Qatar and Chad restored diplomatic ties in 2021 after the latter cut off relations with Doha amid the 2017 Gulf Cooperation Council [GCC] crisis.
A Chadian delegation is currently in Qatar to prepare for upcoming talks between armed factions in the African country, the Head of Chad’s Transitional Military Council, Mohamed Idriss Deby, told Al Jazeera on Saturday.
Speaking on the Qatari broadcaster’s Liqaa Khaas (Special Interview) show, Deby said that the talks come after Qatar’s Amir Sheikh Tamim bin Hamad Al Thani agreed to allow his country to help all Chadian sides reach a political resolution.
The delegation currently in Doha is led by Chadian Foreign Minister Mahamat Zene Cherif, and is currently discussing ways to organise the upcoming dialogue to be hosted by Qatar.
Reports earlier this month revealed that Qatar had offered to host conflict-resolution talks in Doha between Chad’s different warring factions.
Sources informed Russia’s Sputnik news that the the Chadian military refused to participate in meetings inside Chad, and talks are likely going to be organised “in the coming period” in the Qatari capital instead.
It remains unclear whether the meetings would take place ahead of or after the national reconciliation talks, a dialogue separate to the Qatari mediated one, scheduled to take place on 15 February, aimed at restoring civilian rule.
Deby also told Al Jazeera that the expected discussions in Doha will contribute to peace in Chad, as well as the disarmament and return of Chadian militants in Libya to their country.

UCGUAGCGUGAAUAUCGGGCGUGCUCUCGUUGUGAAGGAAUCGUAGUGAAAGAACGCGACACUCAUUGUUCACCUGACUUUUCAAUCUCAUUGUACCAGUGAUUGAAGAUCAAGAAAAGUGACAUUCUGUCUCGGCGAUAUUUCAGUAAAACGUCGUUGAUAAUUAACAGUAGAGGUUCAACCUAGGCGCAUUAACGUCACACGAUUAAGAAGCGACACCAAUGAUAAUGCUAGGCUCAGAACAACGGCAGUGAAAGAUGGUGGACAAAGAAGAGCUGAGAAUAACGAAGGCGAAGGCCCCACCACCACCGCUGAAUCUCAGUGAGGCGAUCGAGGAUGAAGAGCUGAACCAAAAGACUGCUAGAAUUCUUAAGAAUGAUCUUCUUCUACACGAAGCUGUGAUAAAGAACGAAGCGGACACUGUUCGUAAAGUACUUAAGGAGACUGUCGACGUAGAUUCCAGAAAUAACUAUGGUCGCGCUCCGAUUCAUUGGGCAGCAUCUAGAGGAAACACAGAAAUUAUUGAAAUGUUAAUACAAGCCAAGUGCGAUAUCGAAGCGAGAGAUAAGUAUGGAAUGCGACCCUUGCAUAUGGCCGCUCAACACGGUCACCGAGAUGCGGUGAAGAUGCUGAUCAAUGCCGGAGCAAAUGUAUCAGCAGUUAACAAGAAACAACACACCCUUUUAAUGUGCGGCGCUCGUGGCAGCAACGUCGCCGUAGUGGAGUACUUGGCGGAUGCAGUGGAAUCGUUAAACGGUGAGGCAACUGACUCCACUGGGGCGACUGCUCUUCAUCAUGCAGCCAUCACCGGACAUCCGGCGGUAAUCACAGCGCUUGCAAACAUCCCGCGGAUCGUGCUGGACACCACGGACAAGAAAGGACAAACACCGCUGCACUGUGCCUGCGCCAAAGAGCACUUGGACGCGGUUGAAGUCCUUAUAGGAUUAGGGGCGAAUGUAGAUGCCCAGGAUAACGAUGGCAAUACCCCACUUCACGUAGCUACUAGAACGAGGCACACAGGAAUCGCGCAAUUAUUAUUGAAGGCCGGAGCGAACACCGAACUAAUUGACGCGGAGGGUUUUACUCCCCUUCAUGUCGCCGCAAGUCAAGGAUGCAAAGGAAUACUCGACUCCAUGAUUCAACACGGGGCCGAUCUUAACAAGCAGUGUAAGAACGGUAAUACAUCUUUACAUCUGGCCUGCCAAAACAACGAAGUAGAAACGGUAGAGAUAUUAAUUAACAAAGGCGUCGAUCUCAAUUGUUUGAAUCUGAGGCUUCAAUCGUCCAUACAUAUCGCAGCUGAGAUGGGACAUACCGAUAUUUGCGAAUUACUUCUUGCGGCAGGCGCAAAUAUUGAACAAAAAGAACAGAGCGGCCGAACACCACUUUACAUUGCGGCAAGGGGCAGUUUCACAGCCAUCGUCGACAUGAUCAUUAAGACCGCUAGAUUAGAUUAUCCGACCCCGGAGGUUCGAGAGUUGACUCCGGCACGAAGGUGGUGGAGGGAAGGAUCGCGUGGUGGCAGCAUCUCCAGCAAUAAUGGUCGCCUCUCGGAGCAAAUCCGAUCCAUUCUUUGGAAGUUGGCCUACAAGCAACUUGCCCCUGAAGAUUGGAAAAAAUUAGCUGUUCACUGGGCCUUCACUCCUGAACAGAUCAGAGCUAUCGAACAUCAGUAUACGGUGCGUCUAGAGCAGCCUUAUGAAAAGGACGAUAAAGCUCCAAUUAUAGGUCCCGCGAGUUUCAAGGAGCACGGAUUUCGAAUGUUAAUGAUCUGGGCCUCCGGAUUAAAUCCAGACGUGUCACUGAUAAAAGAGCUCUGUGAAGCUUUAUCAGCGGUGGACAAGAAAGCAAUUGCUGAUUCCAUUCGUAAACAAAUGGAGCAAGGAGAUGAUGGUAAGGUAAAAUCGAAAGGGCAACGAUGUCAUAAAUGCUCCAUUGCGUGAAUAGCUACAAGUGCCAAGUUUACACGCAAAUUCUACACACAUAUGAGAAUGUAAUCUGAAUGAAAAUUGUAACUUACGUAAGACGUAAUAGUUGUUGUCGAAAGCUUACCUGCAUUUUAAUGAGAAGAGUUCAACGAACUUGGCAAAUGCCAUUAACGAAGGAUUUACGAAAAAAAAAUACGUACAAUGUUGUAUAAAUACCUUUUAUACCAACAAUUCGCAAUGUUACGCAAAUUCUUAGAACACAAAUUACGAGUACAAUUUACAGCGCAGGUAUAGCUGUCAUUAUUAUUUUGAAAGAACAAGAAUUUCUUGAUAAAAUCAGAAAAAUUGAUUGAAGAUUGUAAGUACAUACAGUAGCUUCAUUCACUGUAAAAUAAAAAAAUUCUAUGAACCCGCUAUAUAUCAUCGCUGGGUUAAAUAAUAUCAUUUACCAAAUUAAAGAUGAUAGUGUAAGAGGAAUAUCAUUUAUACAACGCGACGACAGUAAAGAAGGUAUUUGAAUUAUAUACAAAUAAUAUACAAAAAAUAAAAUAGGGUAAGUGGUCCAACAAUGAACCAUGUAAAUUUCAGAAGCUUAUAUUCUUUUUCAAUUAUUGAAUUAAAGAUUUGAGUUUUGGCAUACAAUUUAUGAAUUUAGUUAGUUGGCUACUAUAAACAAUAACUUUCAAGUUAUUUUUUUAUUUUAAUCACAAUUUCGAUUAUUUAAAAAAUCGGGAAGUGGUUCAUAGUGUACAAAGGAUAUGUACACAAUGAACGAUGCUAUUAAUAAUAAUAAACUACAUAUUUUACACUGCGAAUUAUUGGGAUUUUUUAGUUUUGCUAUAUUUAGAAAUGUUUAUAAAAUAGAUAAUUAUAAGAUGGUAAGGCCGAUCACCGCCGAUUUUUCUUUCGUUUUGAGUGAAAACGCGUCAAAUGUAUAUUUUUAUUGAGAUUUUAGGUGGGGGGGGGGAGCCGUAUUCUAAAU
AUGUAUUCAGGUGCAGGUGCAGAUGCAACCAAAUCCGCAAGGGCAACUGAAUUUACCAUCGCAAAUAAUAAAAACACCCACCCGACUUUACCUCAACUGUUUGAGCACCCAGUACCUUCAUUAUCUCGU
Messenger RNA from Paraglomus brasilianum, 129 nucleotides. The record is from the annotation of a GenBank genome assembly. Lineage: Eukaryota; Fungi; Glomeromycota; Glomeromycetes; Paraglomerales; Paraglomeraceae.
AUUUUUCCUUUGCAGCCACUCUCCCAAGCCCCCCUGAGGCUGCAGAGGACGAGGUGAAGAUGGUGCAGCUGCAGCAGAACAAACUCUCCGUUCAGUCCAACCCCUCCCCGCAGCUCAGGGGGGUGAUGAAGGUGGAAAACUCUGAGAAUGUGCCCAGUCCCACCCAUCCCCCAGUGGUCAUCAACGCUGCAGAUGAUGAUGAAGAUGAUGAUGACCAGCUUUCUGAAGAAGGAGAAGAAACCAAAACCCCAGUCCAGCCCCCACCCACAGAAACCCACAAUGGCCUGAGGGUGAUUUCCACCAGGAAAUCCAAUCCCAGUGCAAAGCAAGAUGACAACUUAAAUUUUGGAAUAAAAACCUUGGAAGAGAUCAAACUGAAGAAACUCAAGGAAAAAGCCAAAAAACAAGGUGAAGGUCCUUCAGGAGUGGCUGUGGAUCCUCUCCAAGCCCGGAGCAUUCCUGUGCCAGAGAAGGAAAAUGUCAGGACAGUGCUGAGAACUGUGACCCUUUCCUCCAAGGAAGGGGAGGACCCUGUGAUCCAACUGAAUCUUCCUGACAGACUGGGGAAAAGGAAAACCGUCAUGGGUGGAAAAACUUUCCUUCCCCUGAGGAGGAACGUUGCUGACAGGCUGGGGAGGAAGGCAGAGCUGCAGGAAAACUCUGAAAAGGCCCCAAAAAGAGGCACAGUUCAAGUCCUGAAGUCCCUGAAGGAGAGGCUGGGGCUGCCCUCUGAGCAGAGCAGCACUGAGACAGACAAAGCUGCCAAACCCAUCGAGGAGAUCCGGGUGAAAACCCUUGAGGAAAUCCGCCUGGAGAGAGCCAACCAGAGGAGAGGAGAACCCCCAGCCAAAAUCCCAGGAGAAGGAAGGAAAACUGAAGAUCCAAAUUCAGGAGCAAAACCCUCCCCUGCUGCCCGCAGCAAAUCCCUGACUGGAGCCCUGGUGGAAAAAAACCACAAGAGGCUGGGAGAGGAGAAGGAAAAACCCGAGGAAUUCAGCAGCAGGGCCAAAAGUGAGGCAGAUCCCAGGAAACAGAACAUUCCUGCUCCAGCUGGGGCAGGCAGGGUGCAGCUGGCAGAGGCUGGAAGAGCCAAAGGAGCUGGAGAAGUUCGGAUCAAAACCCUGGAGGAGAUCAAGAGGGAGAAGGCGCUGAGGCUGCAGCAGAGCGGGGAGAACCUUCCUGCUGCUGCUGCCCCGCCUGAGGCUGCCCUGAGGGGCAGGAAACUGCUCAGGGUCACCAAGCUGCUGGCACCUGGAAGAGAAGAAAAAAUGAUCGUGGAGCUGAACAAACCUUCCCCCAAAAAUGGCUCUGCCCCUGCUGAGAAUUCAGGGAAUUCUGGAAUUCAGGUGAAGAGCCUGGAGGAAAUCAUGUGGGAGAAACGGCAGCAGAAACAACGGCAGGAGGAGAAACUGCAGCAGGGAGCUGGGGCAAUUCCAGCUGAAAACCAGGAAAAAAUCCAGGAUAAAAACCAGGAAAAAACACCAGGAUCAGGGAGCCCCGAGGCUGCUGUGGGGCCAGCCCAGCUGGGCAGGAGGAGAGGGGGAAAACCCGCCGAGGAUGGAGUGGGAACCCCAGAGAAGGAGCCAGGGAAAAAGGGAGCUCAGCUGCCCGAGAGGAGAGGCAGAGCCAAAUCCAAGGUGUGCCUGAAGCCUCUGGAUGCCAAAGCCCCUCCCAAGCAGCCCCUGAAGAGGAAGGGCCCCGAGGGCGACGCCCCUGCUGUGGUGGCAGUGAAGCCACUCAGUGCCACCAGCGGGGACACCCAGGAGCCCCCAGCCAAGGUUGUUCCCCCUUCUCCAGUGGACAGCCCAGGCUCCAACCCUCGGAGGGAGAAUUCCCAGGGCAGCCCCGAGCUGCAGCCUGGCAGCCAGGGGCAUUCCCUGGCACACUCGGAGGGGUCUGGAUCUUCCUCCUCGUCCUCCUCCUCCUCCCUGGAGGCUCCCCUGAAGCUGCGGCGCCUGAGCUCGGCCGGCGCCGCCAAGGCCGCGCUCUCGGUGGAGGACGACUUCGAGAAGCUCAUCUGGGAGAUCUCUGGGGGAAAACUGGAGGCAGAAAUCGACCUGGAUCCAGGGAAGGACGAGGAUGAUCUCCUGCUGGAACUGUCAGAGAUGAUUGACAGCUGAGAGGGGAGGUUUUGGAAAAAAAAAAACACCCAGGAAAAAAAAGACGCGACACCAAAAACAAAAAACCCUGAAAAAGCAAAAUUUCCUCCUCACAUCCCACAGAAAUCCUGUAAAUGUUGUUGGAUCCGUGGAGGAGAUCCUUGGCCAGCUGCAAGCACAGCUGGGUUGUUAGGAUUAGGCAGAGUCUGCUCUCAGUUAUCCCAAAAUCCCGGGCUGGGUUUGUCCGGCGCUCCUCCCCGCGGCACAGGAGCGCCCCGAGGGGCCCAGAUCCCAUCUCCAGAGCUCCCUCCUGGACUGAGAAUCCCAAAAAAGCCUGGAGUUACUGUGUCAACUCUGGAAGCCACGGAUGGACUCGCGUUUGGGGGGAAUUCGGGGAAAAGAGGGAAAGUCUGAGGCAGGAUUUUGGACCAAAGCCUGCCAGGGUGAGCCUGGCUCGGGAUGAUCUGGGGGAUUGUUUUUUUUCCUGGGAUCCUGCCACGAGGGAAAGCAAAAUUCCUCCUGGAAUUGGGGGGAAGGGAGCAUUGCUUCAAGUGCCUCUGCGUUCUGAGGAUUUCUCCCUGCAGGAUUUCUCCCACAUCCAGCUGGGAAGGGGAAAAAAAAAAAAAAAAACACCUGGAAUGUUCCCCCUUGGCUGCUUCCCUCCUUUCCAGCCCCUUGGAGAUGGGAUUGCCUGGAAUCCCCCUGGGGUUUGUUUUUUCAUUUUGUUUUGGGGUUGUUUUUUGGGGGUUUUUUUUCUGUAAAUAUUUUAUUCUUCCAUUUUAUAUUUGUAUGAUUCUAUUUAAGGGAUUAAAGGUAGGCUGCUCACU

Meanwhile, another delegation is holding talks in Khartoum with armed parties to discuss their participation in the Doha meetings.
The Doha-facilitated agreement, co-sponsored with Libya, was signed amid tensions between Sudan and Chad in 2008, with both countries accusing one another of supporting insurgent groups and rebel attacks inside their territories.
The Gulf state’s latest role also exhibits the resumption of ties between Qatar and Chad after the latter severed diplomatic ties with Doha, amid the 2017 GCC crisis.
Chad had accused Qatar of seeking to destabilise the Central African country through its neighbour, Libya. In turn, Doha said N’Djamena was taking part in a “political blackmail against the State of Qatar”.
The latest talks in Qatar also come following months of instability in the aftermath of the killing of former President Idriss Deby, on 20 April last year after violent clashes erupted between rebels from the Front for Change and Concord in Chad [FACT], and Chadian armed forces.
The late president was re-elected at the time for a sixth-term and died after succumbing to injuries he had sustained from the collision with FACT, whilst visiting front-line soldiers fighting the rebels.